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In 2011, Shelley, a transgender 19 year old, was brutally murdered in Detroit. TransParent is about her life, her mother & her murder.


Lyniece Nelson, holding a picture of her beloved daughter Shelly Hilliard. Photo by Kenny Corbin.

Lyniece Nelson, holding a picture of her beloved daughter Shelly Hilliard. Photo by Kenny Corbin.

What Is the film TransParent about?

TransParent is a film about the life Shelly “Treasure” Hilliard, a Detroit 19-year-old girl, beloved by her family and friends. TransParent is a film about Shelly’s murder, about a hate crime that wasn’t prosecuted as one. TransParent is about the struggle to forgive. TransParent is about Detroit. TransParent is about projections and perceptions and communities misrepresented and misunderstood. TransParent is about incredible beauty and horrific violence. TransParent is about a grieving mother and her commitment to honor her daughter, Treasure.


Your Film Crew


dream hampton

Hi, My name is Dream Hampton. I’ve been a storyteller for almost 25 years. Sometimes I tell my own stories, but far more often, I communicate the stories of others. Since 1990 I have conducted hundreds of interviews, learning to practice what Dr. ML King Jr. called deep listening, the ability to truly bear witness to another person’s story. I began my career as a 19 year old at a music magazine that focused on hip hop but I wrote about Winnie Mandela and women in hip hop as well as classic profiles of people like Snoop and Tupac. During my interview with Snoop, I interrupted the car ride to confront the misogyny of one of his entourage. While I was covering Tupac’s trials, and on a lunch break with him, my confrontational questions about his sexual assault charges caused an argument between us that got us kicked out of the restaurant. When Vibe magazine launched I profiled an up and coming rapper, Lady of Rage, and remained on the masthead for fifteen years. I profiled celebrities like Mary J Blige, Anita Baker and Jay-Z and wrote about women who were sex workers and prisoners who were prosecuted for their politics. My articles appeared in magazines like Spin, Harper’s Bazaar, Essence, Poz and the village boys, and my essays have appeared in more than a dozen anthologies. In 2010, I collaborated with Jay-Z on the New York Times bestseller, Decoded, to tell a generational story of kamikaze capitalism, dislocation and success.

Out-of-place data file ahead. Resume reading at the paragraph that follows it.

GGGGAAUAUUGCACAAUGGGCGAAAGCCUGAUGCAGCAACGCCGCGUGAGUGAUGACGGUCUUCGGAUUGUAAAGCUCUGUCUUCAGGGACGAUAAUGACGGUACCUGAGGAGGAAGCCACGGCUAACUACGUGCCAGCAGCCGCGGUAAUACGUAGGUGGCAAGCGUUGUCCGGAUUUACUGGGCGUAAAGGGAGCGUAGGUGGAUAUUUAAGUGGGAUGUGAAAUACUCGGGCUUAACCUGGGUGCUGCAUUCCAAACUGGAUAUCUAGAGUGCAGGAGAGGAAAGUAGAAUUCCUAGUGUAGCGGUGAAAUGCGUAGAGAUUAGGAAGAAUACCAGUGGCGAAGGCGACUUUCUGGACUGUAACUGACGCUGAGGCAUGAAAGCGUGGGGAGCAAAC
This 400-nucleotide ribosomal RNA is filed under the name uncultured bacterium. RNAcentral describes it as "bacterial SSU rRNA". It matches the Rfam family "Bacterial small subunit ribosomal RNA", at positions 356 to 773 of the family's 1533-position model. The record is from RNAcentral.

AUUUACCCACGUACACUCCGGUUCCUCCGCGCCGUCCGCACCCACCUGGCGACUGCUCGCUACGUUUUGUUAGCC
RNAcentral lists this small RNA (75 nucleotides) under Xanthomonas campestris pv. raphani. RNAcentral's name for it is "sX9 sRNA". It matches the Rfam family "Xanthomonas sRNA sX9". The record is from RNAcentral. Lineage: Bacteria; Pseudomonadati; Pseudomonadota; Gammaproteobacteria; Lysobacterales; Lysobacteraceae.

In 2002 my narrative short film about schizophrenia, “I AM ALI, was an official Sundance entry and won Vanity Fair’s “Best Short Film” at Newport Film Festival. In 2010 my feature length documentary “Black August” about the concert series to benefit U.S. political prisoners, premiered at Lincoln Center in New York City. My 2012 music video for “QueenS’ by THEESatisfaction was named one of the year’s “most stylish” by NPR.